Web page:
Redefining conservatism, part CCXXXI
posted at 3:31 pm on June 9, 2013 by Jazz Shaw
For your Sunday afternoon reading assignment and essay material, I’d like to direct your attention to a pair of new columns on a very old topic. The golden oldie in question is the joint effort of “defining conservatism” and whether or not it needs “fixing” for the modern era. The first piece come from the now admitted non-conservative author, Josh Barro, in his Business Insider column, I’m Not A Conservative And You Shouldn’t Be One Either.
What if the problem with your political party is that the policies it advocates are bad?
You can’t fix that problem by “rebranding” the same platform or finding younger, less-white candidates to promote it. You definitely can’t fix it by leaning into your failed policies and becoming more extreme.
The solution is to change your ideology. And that’s exactly what Republicans need to do.
There’s a large collection of specifics which follow, but those few, introductory grafs really do describe the material which follows. But to be fair, give it a look, just to see where he’s coming from.
For the opposing side of the aisle, we offer Matt Lewis of Daily Caller fame, with his response, I am a conservative (and so can you).
Look, I’m sympathetic to the idea of reforming conservatism — of making it more relevant to 21st century Americans. For this reason, I wrote a Guardian column in September of 2012, called “A GOP running on empty,” and the morning after Romney lost, I think I coined the phrase, “modernize, not moderate.”
But Barro has apparently decided we must destroy the village in order to save it.
In fairness, some of our disagreement might hinge on semantics. Barro believes that “conservatism is whatever ideology is shared by most of the people who call themselves conservatives…” That’s a sort of philosophical relativism. Just because a bunch of people call something “conservative” doesn’t mean they get to own the word.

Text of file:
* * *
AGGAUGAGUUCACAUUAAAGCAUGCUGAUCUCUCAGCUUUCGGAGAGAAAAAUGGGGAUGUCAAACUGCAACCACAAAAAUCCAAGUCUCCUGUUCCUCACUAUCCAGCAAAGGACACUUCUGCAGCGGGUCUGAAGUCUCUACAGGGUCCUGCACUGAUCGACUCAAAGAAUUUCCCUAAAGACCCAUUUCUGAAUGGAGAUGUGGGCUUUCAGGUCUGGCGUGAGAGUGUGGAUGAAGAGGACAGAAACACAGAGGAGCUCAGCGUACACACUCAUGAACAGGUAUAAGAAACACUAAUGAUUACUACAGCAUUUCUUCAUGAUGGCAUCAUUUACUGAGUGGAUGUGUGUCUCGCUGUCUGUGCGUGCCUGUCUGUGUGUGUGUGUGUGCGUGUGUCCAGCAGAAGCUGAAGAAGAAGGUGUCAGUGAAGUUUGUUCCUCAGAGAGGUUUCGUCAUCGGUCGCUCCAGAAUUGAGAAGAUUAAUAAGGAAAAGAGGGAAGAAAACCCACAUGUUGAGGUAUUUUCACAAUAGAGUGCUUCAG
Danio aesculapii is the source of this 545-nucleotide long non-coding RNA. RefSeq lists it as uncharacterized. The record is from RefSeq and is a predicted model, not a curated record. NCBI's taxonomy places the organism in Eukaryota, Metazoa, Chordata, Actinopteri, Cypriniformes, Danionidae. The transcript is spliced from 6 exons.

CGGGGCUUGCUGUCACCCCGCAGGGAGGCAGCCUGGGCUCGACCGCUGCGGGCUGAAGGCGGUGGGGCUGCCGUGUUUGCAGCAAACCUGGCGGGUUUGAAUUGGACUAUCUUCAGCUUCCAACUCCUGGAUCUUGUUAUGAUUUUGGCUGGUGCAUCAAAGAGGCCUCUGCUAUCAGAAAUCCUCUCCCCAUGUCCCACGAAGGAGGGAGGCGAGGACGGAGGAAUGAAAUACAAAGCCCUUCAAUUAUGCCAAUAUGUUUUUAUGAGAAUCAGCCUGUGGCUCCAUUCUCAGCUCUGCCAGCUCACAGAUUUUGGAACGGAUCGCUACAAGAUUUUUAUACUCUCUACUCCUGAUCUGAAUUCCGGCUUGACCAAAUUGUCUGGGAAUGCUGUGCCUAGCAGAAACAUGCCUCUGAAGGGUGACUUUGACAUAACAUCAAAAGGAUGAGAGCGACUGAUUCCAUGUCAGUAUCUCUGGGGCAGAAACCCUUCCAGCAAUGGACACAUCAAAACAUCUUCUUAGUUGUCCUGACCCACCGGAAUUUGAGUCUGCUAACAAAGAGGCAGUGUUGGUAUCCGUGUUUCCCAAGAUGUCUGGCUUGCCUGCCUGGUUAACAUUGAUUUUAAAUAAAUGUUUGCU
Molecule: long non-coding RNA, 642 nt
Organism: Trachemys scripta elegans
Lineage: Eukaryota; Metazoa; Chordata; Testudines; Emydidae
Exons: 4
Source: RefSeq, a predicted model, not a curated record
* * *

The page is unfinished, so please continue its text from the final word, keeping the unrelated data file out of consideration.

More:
To once again invoke the hackneyed old standard, read the whole thing. But I have a couple of additional questions on the subject, both for Josh and Matt as well as the community here. Coming from the fine old tradition of the NERP community, (Northeastern Republican Politicos) I’m no stranger to the endless debate over who gets to define what is or isn’t conservative. It’s been going on since well before many people reading this were born. But can we honestly stick a flag on a particular set of hills and claim some purity on hammering out the One True Conservatism? We can’t even decide on the definition of “red” in all cases, not even if you’re talking about a specific frequency of light in the visible spectrum. Is it red? Is it maroon? And what the heck is salmon?
Is your sister pretty? I suppose that depends who you ask. That’s the problem with adjectives, and “conservative” is an adjective when applied to American politics. Our language unfortunately evolves as we go, and words take on new or shifting meanings, much to the frustration of those who came before.
Even if we hammer it down to a few first principles, what “brand” of conservatism is the defining standard? Is it fiscal conservatism, social conservatism or foreign policy conservatism? Can you “qualify” on one or two but “fail” on the other and still be a member of the club? Barro is talking about “bad policies” that don’t fit in with the modern era. I call hogwash on that, since a lot of things which become less widely popular are not suddenly “bad” just because they are too hard for some people to maintain in their personal lives. But I do agree with Matt that simply finding a new delivery vehicle to win over a new generation of voters isn’t an answer. Policy is what it is. It either “works” or it doesn’t. And in our system, the majority gets to pick the people who implement policy. Coming up on the short end of that stick doesn’t mean that your own personal philosophy is “bad” but it does mean that more people want to do things a different way. You can still live up to your own ideals and make your case to convince others while respecting the differences between people.
Oh wait… that’s crazy talk. Must be all the coffee.